Apr 26, 2006, 10:12 am
Passed by lawmakers in 6-hour session
At Roosevelt Elementary School in Medford, Oregon, Gov. Ted Kulongoski was joined Tuesday by students, teachers, education leaders and legislators for the signing of House Bill 3510, which dedicates an additional $42.2 million in state lottery money to all 198 Oregon school districts for the 2006-07 school year.
Last Thursday, at the governor's request, the Legislature met in special session and passed the bill to provide additional money to public schools.
"Today we're doing something good for the school kids of Oregon. We are investing in you, your education and Oregon's future," Kulongoski said to a room full of students. "This bill represents what we can achieve when we put politics aside and the interest of Oregonians first."
The state will distribute the additional money to school districts according to the existing school funding formula, which means an additional $910,718 for the Medford School District to help restore critical teaching positions, create equity in class size, stabilize the k-12 music program, extend the Summer School Program to provide extra support for students who need additional instruction time, and strengthen school security to ensure student safety.
The Governor also noted that in the 2005-07 session Oregon increased state funding for k-12 by eight percent and that the additional $42.2 million to schools brings the increase to nine percent for the coming school year. The state will distribute the additional money to all 198 school districts in the state according to an existing formula. For the district-by-district breakdown, go to: http://governor.oregon.gov/Gov/docs/Schools.pdf.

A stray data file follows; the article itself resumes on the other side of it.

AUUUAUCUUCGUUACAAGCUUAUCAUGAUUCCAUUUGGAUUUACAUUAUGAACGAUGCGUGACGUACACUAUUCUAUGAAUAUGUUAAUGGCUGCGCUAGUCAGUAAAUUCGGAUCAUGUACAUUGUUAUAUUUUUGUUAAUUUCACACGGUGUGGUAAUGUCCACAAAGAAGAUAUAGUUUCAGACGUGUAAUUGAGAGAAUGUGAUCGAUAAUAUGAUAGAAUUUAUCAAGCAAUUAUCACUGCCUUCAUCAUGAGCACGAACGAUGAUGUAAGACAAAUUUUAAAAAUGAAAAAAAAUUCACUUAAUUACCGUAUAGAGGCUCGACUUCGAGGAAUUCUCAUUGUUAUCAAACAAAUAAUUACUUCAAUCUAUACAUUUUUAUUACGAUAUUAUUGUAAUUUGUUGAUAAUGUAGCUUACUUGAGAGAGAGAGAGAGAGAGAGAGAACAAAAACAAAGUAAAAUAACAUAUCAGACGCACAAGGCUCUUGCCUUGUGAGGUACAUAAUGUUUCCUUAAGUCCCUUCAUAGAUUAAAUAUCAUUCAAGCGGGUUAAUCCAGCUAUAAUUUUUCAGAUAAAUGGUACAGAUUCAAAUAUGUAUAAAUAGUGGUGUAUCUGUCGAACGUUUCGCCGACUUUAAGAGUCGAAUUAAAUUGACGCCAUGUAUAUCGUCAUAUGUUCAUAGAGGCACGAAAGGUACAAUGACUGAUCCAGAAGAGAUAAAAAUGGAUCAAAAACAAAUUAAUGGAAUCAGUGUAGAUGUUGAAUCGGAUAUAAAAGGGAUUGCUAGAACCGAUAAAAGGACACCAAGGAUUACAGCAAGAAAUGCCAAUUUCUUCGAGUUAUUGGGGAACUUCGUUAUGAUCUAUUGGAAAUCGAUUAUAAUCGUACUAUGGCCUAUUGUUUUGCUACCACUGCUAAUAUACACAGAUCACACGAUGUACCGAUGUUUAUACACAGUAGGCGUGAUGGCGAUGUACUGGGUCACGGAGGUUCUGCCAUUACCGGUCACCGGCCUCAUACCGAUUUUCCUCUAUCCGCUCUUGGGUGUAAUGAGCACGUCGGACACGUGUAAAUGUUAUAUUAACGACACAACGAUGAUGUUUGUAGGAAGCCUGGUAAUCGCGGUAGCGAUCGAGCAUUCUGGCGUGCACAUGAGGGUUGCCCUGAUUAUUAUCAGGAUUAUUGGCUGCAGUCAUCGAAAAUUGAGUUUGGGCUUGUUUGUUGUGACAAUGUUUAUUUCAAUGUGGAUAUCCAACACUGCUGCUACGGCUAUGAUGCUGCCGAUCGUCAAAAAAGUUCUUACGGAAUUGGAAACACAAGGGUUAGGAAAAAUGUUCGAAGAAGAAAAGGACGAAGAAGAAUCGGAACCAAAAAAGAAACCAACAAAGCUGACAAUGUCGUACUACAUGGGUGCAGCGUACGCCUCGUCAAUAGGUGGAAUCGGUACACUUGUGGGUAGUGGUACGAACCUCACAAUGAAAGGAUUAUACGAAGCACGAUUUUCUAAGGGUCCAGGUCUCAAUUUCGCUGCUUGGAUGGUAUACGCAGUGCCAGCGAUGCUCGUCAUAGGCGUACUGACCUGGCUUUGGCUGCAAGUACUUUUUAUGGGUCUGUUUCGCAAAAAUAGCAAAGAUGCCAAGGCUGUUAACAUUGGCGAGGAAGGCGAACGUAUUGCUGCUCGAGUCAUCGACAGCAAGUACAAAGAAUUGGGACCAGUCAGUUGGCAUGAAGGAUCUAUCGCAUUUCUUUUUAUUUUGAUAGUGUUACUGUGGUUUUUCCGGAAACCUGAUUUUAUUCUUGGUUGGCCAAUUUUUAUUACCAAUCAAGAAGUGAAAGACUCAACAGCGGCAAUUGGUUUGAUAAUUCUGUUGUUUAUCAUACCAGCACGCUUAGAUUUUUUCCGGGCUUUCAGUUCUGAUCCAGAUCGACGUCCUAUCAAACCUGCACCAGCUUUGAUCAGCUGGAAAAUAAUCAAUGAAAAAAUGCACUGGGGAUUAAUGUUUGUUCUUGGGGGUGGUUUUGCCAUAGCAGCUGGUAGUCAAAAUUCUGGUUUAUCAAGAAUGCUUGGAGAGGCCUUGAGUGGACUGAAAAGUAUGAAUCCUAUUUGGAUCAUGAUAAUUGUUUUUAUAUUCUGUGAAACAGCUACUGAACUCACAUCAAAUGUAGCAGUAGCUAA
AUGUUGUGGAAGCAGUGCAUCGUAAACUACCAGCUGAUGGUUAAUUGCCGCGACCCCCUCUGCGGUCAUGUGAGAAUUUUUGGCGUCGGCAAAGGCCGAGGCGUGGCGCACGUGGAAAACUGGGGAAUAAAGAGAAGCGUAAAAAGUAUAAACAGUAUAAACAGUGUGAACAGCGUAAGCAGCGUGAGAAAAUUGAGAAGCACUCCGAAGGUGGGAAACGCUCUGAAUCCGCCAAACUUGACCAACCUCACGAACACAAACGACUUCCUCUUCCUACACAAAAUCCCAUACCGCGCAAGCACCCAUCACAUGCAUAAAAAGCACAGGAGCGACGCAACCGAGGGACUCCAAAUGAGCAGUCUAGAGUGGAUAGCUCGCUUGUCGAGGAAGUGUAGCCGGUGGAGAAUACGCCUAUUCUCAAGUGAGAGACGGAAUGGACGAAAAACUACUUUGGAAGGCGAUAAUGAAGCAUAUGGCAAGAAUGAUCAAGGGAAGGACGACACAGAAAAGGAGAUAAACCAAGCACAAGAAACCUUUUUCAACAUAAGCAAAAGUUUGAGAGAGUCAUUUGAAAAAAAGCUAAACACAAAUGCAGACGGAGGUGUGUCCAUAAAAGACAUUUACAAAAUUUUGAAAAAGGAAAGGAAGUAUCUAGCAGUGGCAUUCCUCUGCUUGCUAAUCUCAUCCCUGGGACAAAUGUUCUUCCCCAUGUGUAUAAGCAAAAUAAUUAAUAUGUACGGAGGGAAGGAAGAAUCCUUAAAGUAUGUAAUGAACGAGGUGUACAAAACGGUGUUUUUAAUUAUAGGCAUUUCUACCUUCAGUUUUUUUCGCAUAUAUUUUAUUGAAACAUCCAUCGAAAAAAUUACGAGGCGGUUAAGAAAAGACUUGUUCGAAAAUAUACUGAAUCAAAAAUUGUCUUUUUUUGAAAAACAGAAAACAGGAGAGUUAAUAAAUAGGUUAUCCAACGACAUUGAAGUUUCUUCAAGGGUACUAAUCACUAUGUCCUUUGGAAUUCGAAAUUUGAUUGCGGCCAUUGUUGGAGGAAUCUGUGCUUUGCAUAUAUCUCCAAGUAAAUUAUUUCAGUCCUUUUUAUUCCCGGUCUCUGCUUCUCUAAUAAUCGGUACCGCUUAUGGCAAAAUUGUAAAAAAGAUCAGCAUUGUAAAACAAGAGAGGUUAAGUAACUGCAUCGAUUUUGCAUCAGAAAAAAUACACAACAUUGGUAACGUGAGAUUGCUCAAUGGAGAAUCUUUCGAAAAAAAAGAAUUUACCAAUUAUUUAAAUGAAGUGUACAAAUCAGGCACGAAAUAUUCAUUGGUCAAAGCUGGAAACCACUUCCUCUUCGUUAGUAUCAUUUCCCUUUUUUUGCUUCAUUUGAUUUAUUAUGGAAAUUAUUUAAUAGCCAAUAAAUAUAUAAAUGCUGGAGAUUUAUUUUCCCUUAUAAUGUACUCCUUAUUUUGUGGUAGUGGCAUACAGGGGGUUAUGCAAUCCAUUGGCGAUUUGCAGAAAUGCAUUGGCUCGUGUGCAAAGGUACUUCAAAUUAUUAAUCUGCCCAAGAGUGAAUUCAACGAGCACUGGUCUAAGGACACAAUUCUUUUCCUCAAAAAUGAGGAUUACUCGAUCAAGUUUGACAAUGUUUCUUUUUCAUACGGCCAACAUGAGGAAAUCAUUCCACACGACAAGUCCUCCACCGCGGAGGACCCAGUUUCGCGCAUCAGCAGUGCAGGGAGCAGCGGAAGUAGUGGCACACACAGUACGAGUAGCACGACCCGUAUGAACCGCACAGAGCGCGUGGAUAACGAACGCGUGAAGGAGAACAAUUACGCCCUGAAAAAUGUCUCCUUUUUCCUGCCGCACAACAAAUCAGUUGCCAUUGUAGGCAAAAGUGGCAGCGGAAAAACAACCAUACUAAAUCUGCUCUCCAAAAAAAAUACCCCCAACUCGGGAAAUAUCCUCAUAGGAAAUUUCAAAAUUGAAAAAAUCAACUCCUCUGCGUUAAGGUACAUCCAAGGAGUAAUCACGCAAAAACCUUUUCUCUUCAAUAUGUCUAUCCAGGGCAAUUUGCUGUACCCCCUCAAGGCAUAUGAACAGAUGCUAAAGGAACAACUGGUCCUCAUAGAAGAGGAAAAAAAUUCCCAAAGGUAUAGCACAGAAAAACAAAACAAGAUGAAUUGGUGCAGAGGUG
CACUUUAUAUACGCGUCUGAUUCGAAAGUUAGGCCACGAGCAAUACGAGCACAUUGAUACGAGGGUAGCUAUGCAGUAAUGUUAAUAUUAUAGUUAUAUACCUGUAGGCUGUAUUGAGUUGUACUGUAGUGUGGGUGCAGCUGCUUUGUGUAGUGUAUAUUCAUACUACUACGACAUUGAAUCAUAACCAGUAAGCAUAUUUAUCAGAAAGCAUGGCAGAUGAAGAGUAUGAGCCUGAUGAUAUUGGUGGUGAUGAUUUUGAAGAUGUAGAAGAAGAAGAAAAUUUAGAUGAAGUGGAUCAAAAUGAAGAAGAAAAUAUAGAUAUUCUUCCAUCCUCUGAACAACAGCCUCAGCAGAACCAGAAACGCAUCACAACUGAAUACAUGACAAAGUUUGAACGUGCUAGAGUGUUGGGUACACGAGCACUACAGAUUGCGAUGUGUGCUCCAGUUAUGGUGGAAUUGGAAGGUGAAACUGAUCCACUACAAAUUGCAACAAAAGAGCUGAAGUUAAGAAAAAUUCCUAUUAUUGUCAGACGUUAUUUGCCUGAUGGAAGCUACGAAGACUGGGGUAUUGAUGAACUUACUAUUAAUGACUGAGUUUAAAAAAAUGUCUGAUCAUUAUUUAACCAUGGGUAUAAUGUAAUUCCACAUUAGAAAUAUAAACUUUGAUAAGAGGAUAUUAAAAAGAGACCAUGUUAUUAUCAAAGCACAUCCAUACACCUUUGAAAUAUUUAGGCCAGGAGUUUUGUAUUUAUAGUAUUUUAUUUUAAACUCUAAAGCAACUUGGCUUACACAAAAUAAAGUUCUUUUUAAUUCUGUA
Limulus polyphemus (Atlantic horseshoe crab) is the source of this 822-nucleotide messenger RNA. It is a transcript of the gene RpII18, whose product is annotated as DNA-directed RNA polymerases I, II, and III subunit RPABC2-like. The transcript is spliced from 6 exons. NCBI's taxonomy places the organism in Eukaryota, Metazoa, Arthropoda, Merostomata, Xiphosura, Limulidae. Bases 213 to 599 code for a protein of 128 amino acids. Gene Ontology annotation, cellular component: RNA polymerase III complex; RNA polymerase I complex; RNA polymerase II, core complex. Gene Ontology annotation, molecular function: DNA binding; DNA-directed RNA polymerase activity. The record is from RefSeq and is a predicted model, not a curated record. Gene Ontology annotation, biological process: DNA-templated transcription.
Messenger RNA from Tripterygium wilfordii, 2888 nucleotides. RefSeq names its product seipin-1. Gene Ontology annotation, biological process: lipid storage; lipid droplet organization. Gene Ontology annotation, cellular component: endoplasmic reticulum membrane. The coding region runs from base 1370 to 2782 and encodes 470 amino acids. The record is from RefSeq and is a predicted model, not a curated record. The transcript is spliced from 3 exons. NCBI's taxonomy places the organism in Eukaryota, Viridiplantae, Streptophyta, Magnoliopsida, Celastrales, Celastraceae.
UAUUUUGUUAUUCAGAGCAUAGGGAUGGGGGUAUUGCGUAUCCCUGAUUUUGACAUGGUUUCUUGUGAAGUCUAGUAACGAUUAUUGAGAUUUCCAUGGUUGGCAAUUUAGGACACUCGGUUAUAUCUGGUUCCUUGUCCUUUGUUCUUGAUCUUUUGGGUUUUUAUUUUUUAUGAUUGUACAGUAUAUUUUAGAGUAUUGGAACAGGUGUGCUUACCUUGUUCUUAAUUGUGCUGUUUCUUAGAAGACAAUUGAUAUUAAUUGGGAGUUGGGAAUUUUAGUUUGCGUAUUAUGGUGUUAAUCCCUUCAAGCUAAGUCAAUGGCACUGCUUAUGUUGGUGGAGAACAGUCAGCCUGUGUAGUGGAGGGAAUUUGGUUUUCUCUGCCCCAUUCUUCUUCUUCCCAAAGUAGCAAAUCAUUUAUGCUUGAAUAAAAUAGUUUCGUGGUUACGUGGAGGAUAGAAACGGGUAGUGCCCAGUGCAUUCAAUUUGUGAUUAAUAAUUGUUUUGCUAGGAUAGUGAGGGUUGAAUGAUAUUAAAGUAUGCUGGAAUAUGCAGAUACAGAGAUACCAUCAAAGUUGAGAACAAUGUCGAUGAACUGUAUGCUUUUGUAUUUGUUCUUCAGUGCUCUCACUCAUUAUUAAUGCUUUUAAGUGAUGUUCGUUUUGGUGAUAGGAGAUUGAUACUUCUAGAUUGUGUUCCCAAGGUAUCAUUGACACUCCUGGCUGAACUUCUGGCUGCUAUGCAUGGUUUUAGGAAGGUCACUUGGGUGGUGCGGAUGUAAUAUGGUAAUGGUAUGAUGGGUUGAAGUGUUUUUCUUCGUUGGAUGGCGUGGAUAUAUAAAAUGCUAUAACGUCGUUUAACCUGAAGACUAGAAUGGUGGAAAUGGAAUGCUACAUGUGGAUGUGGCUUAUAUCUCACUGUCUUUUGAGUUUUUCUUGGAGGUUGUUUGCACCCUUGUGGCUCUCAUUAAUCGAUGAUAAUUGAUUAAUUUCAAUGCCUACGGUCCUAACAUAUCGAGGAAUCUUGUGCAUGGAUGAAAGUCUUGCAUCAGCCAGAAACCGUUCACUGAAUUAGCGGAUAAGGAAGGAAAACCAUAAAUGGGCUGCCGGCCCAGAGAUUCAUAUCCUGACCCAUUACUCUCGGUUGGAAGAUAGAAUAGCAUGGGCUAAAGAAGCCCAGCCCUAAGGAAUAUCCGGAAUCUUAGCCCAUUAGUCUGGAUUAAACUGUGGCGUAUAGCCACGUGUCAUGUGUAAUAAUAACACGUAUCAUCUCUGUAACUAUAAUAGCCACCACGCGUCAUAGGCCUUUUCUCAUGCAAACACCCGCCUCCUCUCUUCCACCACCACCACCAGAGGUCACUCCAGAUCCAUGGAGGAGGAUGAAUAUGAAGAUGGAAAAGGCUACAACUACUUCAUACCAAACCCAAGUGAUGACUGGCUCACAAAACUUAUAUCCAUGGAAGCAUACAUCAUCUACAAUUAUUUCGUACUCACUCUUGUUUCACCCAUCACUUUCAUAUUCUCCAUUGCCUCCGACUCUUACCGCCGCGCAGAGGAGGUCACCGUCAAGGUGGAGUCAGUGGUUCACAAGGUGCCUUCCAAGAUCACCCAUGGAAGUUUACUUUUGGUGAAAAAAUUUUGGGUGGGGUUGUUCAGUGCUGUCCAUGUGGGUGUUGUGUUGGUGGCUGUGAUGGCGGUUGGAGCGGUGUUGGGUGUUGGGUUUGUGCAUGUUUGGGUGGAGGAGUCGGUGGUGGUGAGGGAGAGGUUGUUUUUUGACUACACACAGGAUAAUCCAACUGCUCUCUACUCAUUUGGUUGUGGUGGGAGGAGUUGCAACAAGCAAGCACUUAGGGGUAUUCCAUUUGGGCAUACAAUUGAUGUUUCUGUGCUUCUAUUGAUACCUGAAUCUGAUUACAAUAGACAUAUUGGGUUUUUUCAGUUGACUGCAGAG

"I'm proud of this legislative package, because it will provide money that will help improve the education of children all across Oregon-money schools can use to maintain full school years, begin to reduce class sizes and reinstate valuable programs," the Governor said. "It is a first step toward renewing our commitment to excellence in public education."
The Governor also highlighted his Education Enterprise plan, which provides a long-term strategy to stabilize education funding, "putting the days of cutting school budgets behind us forever," the Governor continued.
Under the Education Enterprise, the state would manage and pay for public education as a seamless system that begins with pre-kindergarten and encompasses K-12, community colleges, four-year institutions, and workforce training and re-training.
The Education Enterprise would guarantee successive budget increases for every part of the education system of at least 10 percent each biennium and create an education investment fund. Under the Education Enterprise, and if the Legislature approves the Governor's education budget of $6 billion for k-12 for the 07-09 school years, Oregon will rise above the national average for per-student spending by the end of the 07-09 biennium and-with the guaranteed 10 percent increase-would enable the k-12 budget for 2009-11 to grow to more than $7.0 billion.
"Funding the Education Enterprise isn't just important for families with children in public schools - it is important to all of us as Oregonians," the Governor said. "The bottom line is this: we cannot have first rate job growth, or a first rate quality of life, or a first rate environment, or a first rate health care system for anyone in this state if we try to get by with a second rate education system. My education enterprise will not let that happen."
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